[vbox-dev] Static route or default gateway for NAT

Malcolm Clarke Malcolm.Clarke at brunel.ac.uk
Tue Oct 4 09:01:04 UTC 2016


Dear Maxine

The topology would be as follows

Public |--------| VBox NAT Network process |Private Network 1 10.0.2.0| Router VM |Private Network 2 10.0.3.
0

With a routable private network behind the NAT router. This is industry standard.

However the NAT router needs sufficient information to deliver incoming packets other than for its own subnet to another router, either because it has static routes, default router or understand RIP. This is normal.

I understand that the NAT network process is intended to be simple and support basic functionality, however my topology is industry standard, and others may wish to do training, etc on this type of configuration.

I would be content with the most basic support, eg default router. However I do not know the demand for this.

Regards

Malcolm



On 04/10/2016 09:34, Maxime Dor wrote:
Malcolm,

Just to be clear, is this your topology?

Public |--------| VBox NAT Network process |---------| Router VM |---------| Hidden network

If so, I'm not aware of options to include static routes into the NAT engine of VirtualBox, but I also don't see why you would need to.
it's the job of the router VM to also do NAT to hide that final network, else you need the "public" routers to know about that hidden network but that defeats the point of using NAT in the first place.
If this is your topology, I feel you're just using the wrong tool for the job.

If your topology is different, let us know and we'll help further!

On 03/10/16 22:34, Malcolm Clarke wrote:

Dear Maxine

The problem is that a packet can eminate from a VM on the hidden subnet and is correctly routed by the internal router to the NAT router (the internal server contains the NAT as its default router), and so the packet is sent to the public network. The NAT router will correctly create an entry in the mapping table with the return IP address. However when a packet returns from the public network, even though the NAT router can substitute the correct destination IP address for the hidden subnet, it does not have the routing information to deliver the packet to the internal router for it to be returned to the VM on the hidden network.

It would therefore require some simple mechanism to add static routes (or private side default gateway) to the NAT router.

Using a bridge will not work as that would require configuring "public" routers to deliver packets to the internal router. NAT is the best solution.

Regards

Malcolm

On 03/10/2016 13:58, Maxime Dor wrote:
Hi Malcom,

That is on purpose - being behind a NAT network means you want to hide any subnet connect to that network from the outside world.
Any outgoing connection will look like it came from the NAT Router "public" IP.
If you want to allow specific connections to be allowed in, you need to configure port forward - so far, I don't think I tell you anything new.

But if you need the "outside" world to know about "inside" networks, then NAT is not the right choice. You need to switch to a non-NAT solution like Bridged mode (or Host-Only with routing enabled on the host) and the "outside" world needs to know about those "inside" network with two possibilities:
- Static routes on all routers that need to deal with those subnets
- Internal routing protocol like RIP, EIGRP or OSPF that will auto-detect routes and populate routing tables of routers.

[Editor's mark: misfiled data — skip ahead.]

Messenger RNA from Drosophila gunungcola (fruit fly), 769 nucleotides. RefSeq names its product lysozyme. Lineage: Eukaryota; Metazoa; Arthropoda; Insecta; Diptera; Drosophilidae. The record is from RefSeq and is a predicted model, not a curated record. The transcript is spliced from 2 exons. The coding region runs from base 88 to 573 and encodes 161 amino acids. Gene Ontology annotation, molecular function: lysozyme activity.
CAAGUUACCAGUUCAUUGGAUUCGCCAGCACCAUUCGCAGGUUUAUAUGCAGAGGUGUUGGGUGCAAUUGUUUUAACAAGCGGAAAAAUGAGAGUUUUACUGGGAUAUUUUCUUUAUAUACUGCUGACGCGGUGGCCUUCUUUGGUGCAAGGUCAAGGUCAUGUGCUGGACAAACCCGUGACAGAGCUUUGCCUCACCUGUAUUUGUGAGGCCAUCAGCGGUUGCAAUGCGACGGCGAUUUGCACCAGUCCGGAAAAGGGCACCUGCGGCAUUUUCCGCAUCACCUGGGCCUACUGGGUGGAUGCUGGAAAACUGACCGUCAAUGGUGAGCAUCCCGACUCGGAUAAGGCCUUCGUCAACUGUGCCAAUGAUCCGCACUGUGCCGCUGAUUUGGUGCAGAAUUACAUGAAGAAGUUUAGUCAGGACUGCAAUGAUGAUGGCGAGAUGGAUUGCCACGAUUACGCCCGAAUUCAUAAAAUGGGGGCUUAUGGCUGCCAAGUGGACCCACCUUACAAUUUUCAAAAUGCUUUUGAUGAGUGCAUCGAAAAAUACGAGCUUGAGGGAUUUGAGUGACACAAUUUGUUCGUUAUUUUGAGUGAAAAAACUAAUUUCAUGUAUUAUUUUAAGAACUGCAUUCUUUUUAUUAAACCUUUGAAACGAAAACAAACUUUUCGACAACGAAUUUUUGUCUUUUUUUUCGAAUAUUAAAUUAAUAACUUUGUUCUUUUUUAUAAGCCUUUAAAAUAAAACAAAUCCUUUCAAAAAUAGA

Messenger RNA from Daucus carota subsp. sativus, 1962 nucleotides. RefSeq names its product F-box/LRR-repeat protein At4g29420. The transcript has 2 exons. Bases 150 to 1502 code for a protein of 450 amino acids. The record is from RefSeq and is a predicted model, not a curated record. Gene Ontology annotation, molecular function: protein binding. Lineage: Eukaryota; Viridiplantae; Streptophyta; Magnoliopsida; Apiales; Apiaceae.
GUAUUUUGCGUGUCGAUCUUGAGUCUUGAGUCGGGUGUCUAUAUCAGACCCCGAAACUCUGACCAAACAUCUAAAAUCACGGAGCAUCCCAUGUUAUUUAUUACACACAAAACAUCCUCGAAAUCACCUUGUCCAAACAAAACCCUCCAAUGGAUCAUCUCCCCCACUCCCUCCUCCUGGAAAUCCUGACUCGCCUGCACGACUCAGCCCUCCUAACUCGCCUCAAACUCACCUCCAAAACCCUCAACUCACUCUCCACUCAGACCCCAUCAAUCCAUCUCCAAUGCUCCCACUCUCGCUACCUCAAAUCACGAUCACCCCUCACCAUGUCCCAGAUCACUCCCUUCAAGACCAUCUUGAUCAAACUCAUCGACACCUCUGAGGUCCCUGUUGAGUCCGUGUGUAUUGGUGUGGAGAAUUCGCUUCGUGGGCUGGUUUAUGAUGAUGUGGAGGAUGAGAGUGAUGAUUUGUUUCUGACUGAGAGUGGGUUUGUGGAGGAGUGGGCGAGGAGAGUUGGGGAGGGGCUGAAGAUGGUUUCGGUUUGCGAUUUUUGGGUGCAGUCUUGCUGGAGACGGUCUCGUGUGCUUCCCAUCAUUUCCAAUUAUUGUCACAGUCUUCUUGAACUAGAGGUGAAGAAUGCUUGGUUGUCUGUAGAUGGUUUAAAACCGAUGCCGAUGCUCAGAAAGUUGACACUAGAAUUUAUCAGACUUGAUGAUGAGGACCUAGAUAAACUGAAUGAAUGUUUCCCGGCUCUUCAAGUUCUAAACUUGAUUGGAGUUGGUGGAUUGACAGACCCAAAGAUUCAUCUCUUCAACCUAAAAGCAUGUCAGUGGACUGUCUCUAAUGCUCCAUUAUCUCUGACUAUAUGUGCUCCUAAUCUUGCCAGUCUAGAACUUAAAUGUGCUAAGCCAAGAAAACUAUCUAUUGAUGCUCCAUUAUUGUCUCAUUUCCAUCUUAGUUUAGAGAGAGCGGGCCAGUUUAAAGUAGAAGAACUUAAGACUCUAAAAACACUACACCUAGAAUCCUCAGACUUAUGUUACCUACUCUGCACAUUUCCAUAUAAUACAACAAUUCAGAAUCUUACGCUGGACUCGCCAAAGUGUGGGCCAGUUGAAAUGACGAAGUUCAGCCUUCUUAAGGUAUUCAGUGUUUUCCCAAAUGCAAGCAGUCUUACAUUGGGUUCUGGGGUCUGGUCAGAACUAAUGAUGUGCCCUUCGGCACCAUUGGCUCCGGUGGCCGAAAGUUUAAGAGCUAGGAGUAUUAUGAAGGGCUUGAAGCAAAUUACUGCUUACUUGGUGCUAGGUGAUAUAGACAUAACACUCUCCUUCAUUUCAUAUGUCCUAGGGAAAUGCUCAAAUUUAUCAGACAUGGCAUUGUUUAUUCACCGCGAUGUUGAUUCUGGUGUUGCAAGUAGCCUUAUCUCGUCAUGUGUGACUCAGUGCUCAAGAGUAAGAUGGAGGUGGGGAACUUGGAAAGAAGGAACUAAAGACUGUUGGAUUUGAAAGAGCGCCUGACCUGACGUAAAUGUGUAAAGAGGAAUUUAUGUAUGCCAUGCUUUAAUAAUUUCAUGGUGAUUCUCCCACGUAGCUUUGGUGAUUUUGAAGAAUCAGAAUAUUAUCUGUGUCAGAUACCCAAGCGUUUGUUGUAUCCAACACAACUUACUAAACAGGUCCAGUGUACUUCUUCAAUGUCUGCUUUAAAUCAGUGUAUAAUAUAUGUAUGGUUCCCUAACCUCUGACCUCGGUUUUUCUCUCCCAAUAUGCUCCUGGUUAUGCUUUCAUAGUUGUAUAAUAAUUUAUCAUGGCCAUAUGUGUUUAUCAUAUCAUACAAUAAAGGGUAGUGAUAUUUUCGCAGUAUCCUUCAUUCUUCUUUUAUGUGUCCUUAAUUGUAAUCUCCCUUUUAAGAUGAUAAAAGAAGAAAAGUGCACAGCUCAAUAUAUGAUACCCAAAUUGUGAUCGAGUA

On 03/10/16 13:30, Malcolm Clarke wrote:
Dear Development Group

I am trying to demonstrate routing in a virtualised network created using VirtualBox with a FreeBSD server acting as router between 2 virtual networks. One network is set as NAT Network to allow access to outside world. However, although packets can be directed from the router to the NAT router for outward delivery, the NAT router does not know how to deliver the incoming packets for the "hidden" subnet.

I wonder if anyone has modified the NAT network to allow simple static routes or default gateway to support this cnfiguration.

I do not know the interest for this functionality and whether the work is justified for the use that would be made.

Regards

Malcolm


--
Malcolm Clarke BSc (Hons), PhD
Reader in Telemedicine and Data Communication Systems
T +44 (0) 1895 265053

Brunel University London
College of Engineering, Design and Physical Sciences
Department of Computer Science

HNZW011, Heinz Wolff Building, Kingston Lane, Uxbridge, Middlesex, UB8 3PH

www.brunel.ac.uk<http://www.brunel.ac.uk/>

Connect with the university on Linkedin, Twitter, Facebook




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--
Malcolm Clarke BSc (Hons), PhD
Reader in Telemedicine and Data Communication Systems
T +44 (0) 1895 265053

Brunel University London
College of Engineering, Design and Physical Sciences
Department of Computer Science

HNZW011, Heinz Wolff Building, Kingston Lane, Uxbridge, Middlesex, UB8 3PH

www.brunel.ac.uk<http://www.brunel.ac.uk/>

Connect with the university on Linkedin, Twitter, Facebook





_______________________________________________
vbox-dev mailing list
vbox-dev at virtualbox.org<mailto:vbox-dev at virtualbox.org>
https://www.virtualbox.org/mailman/listinfo/vbox-dev


--
Malcolm Clarke BSc (Hons), PhD
Reader in Telemedicine and Data Communication Systems
T +44 (0) 1895 265053

Brunel University London
College of Engineering, Design and Physical Sciences
Department of Computer Science

HNZW011, Heinz Wolff Building, Kingston Lane, Uxbridge, Middlesex, UB8 3PH

www.brunel.ac.uk<http://www.brunel.ac.uk/>

Connect with the university on Linkedin, Twitter, Facebook



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